Registration is now open for my next class with Indica Courses, which begins October 1st and will run until May 6th.

Here is the course description:

The success of Western powers in multiple domains in the so-called ‘modern’ era has enabled the Western civilizational perspective and its self-understanding that emerged during that time to present itself to the rest of the world, not as one perspective among others, but as the universal and definitive human perspective and as the culmination of the world’s intellectual and spiritual development according to principles supposedly objective and self-evident. The hegemonic position of this civilizational perspective makes it essential that the basic elements of the Western paradigm of thought referenced by Western geopolitical power as the source of its legitimacy be grasped and critiqued. This course, using as its basis a standard, widely assigned collection of readings used to construct the ongoing and open-ended ‘Western Canon’, seeks to provide the foundation for such awareness, so that students may both appreciate the wisdom in this intensely contested tradition as well as recognizing its hazards.

Please spread the word, and I hope to see you there!

It’s always an honor to share my work with the open access journal Oscillations: Non-Standard Experiments in Anthropology, the Social Sciences, and Cosmology. (See their mission statement here.) This piece, “On Amazonian Polytheisms” is an excerpt from my forthcoming book, The Way of the Gods: Polytheism(s) Around the World, which is based on the course Introduction to Polytheism that I gave last year with INDICA Courses.

This Indica Course juxtaposes two epics, two soteriologies (accounts of salvation), and two ontologies (accounts of the nature of Being Itself).

Plato’s Republic is an epic of philosophy, supplementing Homer’s epics in the Hellenic tradition, while the Mahabharata is an epic bearing its philosophical interpretation within itself throughout, for those who have discerned its interpretative principles, but which manifest a comprehensive philosophical perspective especially in the Bhagavad Gita. Without presupposing that the accounts in these two texts, albeit from kindred cultures, should be the same, this Indica Course seeks to bring them, and the experiences of divinity that inform them, into a dialogue.

Guided by the question ‘What is justice?’ Plato, through his dramatic protagonist, his teacher Socrates, establishes that it is to be found in the well-ordered soul, but that in order to discern the order of the soul, one must look to the state, in which one finds this order writ large. Socrates soon finds that the state, and hence the soul, finds itself ineluctably at war, and traces this struggle, within and without, throughout the text, which reaches its climax on a battlefield, with a vision of the souls of every kind of creature facing their ultimate choice. The Mahabharata, too, concerns a state at war and the war within the soul, as seen from many sides and in countless forms. In its climax, also on a battlefield, Arjuna, called by duty to destroy those who are as close to him as his very soul, appeals to his God to save him with an account of dharma, of the nature and ground of right action in the world, seeking as well that knowledge which alone may guide him in the most fateful choice of his life.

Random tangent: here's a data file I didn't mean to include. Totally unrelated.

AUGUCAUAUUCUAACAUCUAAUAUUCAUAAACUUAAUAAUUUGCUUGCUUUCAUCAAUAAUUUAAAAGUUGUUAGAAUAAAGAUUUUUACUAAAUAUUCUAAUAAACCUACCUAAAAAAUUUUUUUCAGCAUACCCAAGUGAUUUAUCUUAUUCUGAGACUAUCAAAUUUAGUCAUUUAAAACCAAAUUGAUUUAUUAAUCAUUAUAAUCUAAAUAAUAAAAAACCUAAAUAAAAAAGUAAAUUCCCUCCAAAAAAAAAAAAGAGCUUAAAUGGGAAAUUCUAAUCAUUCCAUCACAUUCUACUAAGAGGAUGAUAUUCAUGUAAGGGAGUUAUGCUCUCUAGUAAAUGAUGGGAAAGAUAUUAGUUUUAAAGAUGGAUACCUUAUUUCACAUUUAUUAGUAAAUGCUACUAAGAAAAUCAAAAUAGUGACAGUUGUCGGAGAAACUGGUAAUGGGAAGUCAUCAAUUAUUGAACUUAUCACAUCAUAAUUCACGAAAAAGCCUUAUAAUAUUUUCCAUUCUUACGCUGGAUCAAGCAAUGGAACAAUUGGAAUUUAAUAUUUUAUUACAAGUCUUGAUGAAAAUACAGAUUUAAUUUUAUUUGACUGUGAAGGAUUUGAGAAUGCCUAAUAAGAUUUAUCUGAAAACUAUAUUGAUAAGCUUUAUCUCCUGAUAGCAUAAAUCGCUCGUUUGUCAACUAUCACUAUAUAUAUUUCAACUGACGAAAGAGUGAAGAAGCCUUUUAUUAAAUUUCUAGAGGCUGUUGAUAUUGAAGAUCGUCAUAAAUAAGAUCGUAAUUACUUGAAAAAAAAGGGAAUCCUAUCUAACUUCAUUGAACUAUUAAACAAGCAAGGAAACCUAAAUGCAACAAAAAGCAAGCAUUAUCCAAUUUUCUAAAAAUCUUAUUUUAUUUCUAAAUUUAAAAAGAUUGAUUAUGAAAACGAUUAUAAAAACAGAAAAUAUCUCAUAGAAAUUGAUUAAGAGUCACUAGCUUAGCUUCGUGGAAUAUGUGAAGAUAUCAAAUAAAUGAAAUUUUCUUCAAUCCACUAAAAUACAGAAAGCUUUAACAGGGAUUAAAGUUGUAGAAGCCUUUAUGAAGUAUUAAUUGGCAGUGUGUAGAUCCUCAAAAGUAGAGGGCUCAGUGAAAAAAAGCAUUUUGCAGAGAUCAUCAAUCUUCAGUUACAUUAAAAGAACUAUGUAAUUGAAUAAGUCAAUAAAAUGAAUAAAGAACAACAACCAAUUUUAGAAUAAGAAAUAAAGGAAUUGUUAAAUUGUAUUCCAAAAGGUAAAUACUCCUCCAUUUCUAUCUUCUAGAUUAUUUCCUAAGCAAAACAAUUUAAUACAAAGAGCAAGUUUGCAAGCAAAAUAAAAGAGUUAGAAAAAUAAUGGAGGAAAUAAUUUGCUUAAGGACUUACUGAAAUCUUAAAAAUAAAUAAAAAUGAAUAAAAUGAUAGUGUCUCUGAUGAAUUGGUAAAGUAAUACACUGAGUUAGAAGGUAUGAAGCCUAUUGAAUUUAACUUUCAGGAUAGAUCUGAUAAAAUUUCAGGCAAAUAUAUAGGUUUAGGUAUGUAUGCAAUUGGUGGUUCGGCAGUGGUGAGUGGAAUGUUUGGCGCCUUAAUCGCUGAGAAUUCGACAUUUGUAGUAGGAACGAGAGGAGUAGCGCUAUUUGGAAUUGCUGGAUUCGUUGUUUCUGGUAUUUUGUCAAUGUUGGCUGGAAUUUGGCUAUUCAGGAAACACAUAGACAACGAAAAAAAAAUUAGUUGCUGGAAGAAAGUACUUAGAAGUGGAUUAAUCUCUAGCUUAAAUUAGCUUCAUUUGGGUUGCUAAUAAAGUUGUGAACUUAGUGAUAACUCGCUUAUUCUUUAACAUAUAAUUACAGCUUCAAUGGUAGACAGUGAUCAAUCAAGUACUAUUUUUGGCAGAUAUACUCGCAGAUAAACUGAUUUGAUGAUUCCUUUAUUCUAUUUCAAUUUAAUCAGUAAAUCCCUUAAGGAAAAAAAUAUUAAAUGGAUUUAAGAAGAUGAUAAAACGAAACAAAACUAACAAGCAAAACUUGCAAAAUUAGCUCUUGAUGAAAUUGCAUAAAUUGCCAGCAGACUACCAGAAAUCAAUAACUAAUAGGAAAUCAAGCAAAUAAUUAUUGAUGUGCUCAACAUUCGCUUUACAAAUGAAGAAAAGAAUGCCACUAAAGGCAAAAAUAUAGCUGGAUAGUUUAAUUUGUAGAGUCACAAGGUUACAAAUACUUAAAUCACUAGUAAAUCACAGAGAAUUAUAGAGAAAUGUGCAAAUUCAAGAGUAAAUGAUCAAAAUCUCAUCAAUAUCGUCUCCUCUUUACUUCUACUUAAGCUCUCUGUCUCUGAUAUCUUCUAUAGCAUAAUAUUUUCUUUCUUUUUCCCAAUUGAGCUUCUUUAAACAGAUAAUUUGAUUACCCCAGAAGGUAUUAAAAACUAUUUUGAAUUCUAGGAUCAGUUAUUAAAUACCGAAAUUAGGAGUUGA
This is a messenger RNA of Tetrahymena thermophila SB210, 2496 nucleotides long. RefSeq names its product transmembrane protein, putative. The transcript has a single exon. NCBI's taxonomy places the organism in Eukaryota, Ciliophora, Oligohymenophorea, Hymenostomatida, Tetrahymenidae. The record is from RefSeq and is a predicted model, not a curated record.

I am deeply grateful to Otavio S. R. D. Maciel for translating my lecture “The Polemic Against Polytheism” into Portuguese for Anãnsi: Revista de Filosofia (ISSN 2675-8385), v. 2 n. 2 (2021), available here from the journal site, or here from

On Indic Academy

November 24, 2021

I would like to speak to an issue that concerns me deeply. I am proud to be associated with Indic Academy, an organization devoted to the celebration of the ancient legacy and modern relevance of Hinduism, a world religion which stands as the largest and most powerful of the ancient polytheist traditions to have survived into the modern age, despite confronting the same forces which resulted in the elimination of other, similar traditions or their subordination and marginalization. We cannot ignore the fact that those same forces still wish to see Hinduism either eliminated altogether, or rendered incapable of that simple self-affirmation which is routinely accorded to every other tradition in the world. Any celebration of Hinduism, and every affirmation of its value and articulation of its values, is subject to attack under the elastic term ‘Hindutva’. I wish to state categorically that I find no legitimacy in attaching this term in any disparaging sense to Indic Academy. I believe in democracy, in equal treatment before the law, in equal opportunity, in the emancipation of women, in justice for marginalized and minority groups in every nation, in pluralistic societies and a multipolar, polycentric world. I find these values reflected in the work of Indic Academy, which is a non-political, educational organization, and which is no more required to answer for every wrongful tendency in contemporary Indian life, the cycle of violence, than any similar Christian or Muslim educational organization is made to answer for the worst actions or ideologies of any of their co-religionists. The only thing that Indic Academy has in common with any Hindu doing something wrong is Hinduism. But the pluralistic and tolerant history of Hinduism toward other religions on the aggregate speaks for itself, in sharp contrast to the intolerance which has been directed at it from the world’s two largest religions. I hold no hatred for Christians or Muslims, and as an ethnic Jew myself, I of course don’t hate my own people, nor do I wish to eradicate any of these traditions. Like Hindus I seek only to find a path forward in which no religion seeks the extinction of any other, either through violence or through the application of unfair social pressure or distorted representations. Indic Academy stays above politics, but constantly articulates the principles and values which would inform the most responsible and ethical participation in the public sphere. They have nothing to apologize for, and I have no apologies for my collaboration with them. In less than a year, my Center for Global Polytheist and Indigenous Traditions at Indic Academy has awarded $4,800 in grant money to worthy projects of which I am extremely proud, held an online conference participation in which was free, open and diverse, and has offered an affordable, innovative survey course on global polytheistic traditions. Our new platform,, intends to be a showcase for the best in polytheist thought, and I can guarantee that everything there will reflect my own values of plurality, equality and justice, in which I know that I will have Indic Academy’s full support. I look forward to the further work that we will do together.